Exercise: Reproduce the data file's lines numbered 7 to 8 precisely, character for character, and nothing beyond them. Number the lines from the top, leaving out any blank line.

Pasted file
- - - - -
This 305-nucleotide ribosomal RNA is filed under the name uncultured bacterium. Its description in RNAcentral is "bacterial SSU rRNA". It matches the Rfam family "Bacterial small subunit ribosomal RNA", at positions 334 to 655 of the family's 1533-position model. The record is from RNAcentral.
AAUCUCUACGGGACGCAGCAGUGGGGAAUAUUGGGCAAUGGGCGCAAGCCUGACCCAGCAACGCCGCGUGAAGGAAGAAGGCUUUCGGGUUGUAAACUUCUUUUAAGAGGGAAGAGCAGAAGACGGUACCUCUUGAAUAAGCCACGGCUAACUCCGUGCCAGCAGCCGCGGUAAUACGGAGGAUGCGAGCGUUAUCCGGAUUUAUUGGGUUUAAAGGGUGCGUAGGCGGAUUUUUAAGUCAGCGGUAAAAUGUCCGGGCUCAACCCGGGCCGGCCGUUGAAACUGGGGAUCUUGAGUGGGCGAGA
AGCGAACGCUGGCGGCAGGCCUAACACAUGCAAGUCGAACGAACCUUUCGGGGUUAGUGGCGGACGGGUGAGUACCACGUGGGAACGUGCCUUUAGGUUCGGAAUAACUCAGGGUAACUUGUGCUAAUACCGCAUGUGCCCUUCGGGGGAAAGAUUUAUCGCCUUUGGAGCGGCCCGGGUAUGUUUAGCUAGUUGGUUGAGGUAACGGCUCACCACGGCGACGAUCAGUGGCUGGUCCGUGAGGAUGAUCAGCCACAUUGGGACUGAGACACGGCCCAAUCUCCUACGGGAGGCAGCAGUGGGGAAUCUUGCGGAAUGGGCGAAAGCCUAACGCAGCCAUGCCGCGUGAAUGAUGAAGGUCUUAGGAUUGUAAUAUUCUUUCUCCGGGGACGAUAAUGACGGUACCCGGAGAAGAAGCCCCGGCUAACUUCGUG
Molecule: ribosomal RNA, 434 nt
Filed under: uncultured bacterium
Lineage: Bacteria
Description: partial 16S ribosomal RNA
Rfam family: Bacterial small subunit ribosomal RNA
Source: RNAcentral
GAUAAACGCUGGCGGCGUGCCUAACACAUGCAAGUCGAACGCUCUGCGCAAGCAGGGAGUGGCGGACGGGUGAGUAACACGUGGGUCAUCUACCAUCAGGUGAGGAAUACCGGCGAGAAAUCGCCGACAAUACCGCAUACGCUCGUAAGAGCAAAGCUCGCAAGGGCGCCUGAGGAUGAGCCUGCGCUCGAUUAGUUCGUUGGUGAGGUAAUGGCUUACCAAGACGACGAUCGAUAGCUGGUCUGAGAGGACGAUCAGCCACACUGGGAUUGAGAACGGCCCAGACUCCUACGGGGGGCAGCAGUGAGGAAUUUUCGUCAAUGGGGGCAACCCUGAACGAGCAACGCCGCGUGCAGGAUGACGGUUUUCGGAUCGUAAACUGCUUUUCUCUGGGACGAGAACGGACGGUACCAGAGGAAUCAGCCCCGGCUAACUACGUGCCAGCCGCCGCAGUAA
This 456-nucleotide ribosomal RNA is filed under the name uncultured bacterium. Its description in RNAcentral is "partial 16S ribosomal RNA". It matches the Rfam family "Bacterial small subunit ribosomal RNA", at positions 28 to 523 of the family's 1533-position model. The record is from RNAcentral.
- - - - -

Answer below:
Description: partial 16S ribosomal RNA
Rfam family: Bacterial small subunit ribosomal RNA